Soldier arrested over fake 'Mirror' pictures

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The Independent Online

At least one soldier has been arrested in connection with the allegedly fake Daily Mirror photographs of British abuse of an Iraqi, the Ministry of Defence announced last night.

At least one soldier has been arrested in connection with the allegedly fake Daily Mirror photographs of British abuse of an Iraqi, the Ministry of Defence announced last night.

The MoD would not comment further on the arrest or whether other arrests had been made, because to do so could "jeopardise" an ongoing investigation, a spokeswoman said.

It was reported last night that up to four people were being questioned by military investigators. "I can confirm that there was at least one soldier arrested earlier today as part of the [Royal Military Police] Special Investigation Branch investigation into the alleged fake photographs," the spokeswoman said, adding the arrest was a "routine" part of the investigation and there were no charges.

A source at the Daily Mirror said the arrest had not come from information from the newspaper and the first Mirror staff had heard of it was when reporters began contacting them last night.

"The fact this arrest has been made has not been the result of us giving up our sources," the source said. "It's not the result of co-operation with the MoD. It's just not where it's come from."

The storm broke on Saturday 1 May, when the Mirror published photographs purporting to be of British soldiers torturing an Iraqi. The photos depicted the hooded prisoner being urinated on, kicked and beaten. Defence commentators cast doubt on the equipment in the photographs, saying the Bedford truck and firearms depicted were not used in Iraq.

Piers Morgan, Mirror editor at the time, stood by the story and the statements of so-called Soldiers "A" and "B", even though the Armed Forces minister Adam Ingram, Defence Secretary Geoff Hoon and, finally, Tony Blair insisted that the pictures were fake. The last straw proved to be a press conference by the Queen's Lancashire Regiment last Friday in which its commanding officer, Colonel David Black, called for a front-page apology in the newspaper. "It's time that the ego of one editor is measured against the life of the soldier," he said.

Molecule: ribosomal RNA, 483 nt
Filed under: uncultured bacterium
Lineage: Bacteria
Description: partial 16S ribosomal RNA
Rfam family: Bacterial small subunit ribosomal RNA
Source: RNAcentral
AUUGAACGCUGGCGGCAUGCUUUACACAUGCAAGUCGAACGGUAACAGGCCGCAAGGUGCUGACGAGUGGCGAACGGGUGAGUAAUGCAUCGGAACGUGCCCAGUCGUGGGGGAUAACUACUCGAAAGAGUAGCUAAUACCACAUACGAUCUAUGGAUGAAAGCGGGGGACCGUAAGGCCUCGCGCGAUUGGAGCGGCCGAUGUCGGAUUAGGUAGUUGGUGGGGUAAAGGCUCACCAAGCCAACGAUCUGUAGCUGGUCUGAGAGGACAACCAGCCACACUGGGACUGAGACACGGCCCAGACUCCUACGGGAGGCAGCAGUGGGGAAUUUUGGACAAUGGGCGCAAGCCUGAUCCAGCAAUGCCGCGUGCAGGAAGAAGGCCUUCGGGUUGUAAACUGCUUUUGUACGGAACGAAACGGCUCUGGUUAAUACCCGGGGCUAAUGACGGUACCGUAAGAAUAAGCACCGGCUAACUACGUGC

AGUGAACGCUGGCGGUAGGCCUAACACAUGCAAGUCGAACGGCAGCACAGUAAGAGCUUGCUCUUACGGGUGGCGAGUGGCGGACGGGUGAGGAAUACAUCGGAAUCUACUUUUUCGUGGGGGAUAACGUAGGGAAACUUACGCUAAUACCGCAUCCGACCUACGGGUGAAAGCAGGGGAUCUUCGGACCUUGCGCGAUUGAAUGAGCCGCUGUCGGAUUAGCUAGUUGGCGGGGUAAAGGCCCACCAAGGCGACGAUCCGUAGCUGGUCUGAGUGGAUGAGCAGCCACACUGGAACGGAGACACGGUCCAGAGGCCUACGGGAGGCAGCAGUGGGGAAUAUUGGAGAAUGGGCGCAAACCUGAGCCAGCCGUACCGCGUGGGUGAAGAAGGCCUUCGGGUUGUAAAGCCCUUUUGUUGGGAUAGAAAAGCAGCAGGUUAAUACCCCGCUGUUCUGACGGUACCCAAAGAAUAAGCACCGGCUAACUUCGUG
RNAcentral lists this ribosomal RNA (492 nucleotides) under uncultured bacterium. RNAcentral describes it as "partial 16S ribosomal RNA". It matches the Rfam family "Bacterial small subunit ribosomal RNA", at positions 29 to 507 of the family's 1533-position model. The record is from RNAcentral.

Morgan was sacked on Friday after a meeting of the Trinity Mirror board. The newspaper produced a front page the following morning with the headline "Sorry we were hoaxed", pledging to donate to charity all the money it made from selling on the photos. In a message to readers, it said: "We apologise for publishing pictures which we now believe were not genuine. We also say sorry to the Queen's Lancashire Regiment and our Army in Iraq for publishing those pictures."

Institutional investors were said to be pressing Trinity Mirror for more information about Morgan's demands for more than £1m in severance pay. There has been speculation that Morgan may be keeping silent on his sacking as part of conditions being negotiated for his pay-off.

The Sun newspaper on Friday offered a £50,000 reward for anyone who gave information leading to the arrest of the soldiers who provided the contentious photographs but withdrew the offer after Morgan was dismissed.

The MoD was not releasing details last night of the arrest. It has been reported that there were three soldiers involved in providing the photographs and that military investigators had concluded that the pictures were taken at Territorial Army Barracks in Preston, Lancashire, using a "mocked up" four-ton Bedford MK lorry.

Yesterday, there was speculation among industry sources that acting Mirror editor, Des Kelly, would not force the three or four reporters who knew the identities of Soldiers A and B to reveal their sources.